The link between sleep and cardiovascular disease is poorly understood. Findings in mice now show that disrupted sleep causes the brain to signal the bone marrow to boost white blood cell production, damaging blood vessels.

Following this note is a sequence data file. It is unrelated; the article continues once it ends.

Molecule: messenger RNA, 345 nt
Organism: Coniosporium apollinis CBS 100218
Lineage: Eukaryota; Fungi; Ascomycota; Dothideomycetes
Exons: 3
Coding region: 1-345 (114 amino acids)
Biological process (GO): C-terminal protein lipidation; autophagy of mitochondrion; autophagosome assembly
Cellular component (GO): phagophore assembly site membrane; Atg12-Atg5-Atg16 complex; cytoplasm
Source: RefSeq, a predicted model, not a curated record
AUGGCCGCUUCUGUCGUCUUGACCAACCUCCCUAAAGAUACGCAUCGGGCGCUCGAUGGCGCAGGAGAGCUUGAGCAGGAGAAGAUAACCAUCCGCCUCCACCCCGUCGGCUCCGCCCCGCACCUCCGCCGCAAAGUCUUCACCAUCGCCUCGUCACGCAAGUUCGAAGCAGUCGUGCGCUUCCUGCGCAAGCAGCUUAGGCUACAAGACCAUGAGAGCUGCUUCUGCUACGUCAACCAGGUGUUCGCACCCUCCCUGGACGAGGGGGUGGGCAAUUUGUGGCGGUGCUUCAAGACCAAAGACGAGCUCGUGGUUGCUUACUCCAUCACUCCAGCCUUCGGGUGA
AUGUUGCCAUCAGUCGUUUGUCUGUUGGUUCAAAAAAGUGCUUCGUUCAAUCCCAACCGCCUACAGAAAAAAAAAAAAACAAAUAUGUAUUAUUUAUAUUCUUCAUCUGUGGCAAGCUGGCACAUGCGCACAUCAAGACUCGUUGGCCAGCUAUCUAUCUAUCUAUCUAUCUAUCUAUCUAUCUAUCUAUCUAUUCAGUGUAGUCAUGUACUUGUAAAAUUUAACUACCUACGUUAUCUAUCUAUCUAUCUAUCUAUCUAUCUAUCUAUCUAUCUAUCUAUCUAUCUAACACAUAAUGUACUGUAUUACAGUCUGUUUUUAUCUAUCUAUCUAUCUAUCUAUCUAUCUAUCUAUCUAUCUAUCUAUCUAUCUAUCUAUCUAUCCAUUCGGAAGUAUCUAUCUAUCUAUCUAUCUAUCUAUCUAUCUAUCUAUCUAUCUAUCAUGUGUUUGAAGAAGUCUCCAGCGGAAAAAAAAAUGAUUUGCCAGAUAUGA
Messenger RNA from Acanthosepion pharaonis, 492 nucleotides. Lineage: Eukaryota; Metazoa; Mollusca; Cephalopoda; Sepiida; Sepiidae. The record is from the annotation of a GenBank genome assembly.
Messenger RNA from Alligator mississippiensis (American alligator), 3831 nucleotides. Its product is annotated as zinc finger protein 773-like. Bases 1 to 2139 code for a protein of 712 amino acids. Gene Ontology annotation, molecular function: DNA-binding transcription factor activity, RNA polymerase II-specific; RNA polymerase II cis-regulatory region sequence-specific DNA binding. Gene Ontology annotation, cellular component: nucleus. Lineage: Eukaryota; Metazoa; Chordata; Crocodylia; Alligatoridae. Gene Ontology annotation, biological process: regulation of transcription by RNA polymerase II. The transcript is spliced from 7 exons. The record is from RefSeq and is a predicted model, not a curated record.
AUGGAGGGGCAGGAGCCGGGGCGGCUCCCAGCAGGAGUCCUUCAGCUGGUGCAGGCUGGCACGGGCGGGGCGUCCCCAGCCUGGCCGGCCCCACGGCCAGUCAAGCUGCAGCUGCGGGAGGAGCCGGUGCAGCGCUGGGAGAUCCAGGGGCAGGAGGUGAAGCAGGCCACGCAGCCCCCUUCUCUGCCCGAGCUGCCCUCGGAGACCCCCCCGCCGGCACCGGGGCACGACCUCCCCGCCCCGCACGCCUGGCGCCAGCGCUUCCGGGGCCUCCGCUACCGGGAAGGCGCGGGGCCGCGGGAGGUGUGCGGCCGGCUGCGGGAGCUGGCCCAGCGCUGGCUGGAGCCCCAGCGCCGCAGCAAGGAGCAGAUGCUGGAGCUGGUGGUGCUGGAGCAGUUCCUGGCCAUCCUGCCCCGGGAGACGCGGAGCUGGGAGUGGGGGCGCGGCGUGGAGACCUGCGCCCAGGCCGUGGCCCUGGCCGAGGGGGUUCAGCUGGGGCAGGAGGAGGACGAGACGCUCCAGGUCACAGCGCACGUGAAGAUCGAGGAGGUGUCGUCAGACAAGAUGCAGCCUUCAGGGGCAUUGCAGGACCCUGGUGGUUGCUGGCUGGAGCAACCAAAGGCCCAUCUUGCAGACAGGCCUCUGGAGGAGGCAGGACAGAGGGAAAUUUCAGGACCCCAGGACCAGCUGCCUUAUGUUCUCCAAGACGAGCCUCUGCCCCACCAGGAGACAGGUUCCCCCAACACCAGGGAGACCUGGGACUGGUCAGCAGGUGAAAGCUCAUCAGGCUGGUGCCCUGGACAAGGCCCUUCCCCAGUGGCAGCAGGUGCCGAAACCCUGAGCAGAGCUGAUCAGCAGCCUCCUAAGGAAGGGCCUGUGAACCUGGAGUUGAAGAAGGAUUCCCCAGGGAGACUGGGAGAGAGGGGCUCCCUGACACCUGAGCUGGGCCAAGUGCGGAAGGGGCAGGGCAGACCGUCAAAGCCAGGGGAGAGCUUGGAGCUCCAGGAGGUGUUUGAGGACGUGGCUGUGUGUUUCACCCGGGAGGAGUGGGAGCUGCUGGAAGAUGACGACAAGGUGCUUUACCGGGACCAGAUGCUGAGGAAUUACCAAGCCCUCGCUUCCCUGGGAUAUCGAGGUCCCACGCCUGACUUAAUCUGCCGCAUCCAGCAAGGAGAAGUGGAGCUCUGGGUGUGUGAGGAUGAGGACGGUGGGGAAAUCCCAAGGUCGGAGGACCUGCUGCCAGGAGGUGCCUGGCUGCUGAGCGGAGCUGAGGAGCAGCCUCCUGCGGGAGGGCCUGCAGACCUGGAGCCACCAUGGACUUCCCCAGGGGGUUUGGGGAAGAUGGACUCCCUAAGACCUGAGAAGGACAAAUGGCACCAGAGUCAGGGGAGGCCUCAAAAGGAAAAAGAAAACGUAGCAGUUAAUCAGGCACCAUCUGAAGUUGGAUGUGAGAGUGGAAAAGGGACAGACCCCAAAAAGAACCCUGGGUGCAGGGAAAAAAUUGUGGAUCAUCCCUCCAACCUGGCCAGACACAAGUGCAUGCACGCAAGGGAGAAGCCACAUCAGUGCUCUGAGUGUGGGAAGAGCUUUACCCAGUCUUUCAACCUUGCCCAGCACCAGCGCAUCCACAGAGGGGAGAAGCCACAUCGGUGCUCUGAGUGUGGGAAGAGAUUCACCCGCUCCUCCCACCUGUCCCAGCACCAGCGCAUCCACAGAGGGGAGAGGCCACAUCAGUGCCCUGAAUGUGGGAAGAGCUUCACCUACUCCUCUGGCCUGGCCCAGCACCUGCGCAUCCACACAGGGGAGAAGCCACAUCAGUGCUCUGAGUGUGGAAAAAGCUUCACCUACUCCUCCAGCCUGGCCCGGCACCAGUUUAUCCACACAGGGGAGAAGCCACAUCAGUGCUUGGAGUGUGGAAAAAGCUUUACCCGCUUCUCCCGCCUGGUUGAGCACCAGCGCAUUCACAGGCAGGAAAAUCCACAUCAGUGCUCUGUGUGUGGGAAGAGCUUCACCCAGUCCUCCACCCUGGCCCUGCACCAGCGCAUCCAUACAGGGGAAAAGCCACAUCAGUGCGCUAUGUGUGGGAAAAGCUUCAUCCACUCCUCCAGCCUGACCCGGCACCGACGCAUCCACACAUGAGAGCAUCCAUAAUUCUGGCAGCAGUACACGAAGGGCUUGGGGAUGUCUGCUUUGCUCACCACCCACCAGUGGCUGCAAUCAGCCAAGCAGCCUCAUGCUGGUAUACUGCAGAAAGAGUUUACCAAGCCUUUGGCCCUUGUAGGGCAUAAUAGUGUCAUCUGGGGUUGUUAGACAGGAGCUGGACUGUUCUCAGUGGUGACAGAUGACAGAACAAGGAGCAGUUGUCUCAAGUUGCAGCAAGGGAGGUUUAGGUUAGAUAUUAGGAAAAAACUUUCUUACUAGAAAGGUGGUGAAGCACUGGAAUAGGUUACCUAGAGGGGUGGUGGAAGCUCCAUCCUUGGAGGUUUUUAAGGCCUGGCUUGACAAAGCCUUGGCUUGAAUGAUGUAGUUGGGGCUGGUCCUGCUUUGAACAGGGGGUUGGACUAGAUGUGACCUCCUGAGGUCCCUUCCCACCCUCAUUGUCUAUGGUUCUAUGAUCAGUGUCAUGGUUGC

Most people have at some point echoed Macbeth’s complaint about the loss of “sleep that knits up the ravelled sleeve of care”. Sleep disorders, such as obstructive sleep apnoea (when breathing temporarily stops, causing both sleep disruption and lack of oxygen in blood) and sleep deprivation, have been associated with an increased risk of atherosclerosis and its harmful cardiovascular effects1,2. Atherosclerosis is characterized by the formation of ‘plaques’ in arteries, as white blood cells enter the artery wall, take up cholesterol and other substances from the blood and trigger an inflammatory response. However, the mechanisms linking sleep disruption and atherosclerosis have been largely unknown. Writing in Nature, McAlpine et al.3 show that persistent sleep disruption causes the brain to signal the bone marrow to increase the production of white blood cells.
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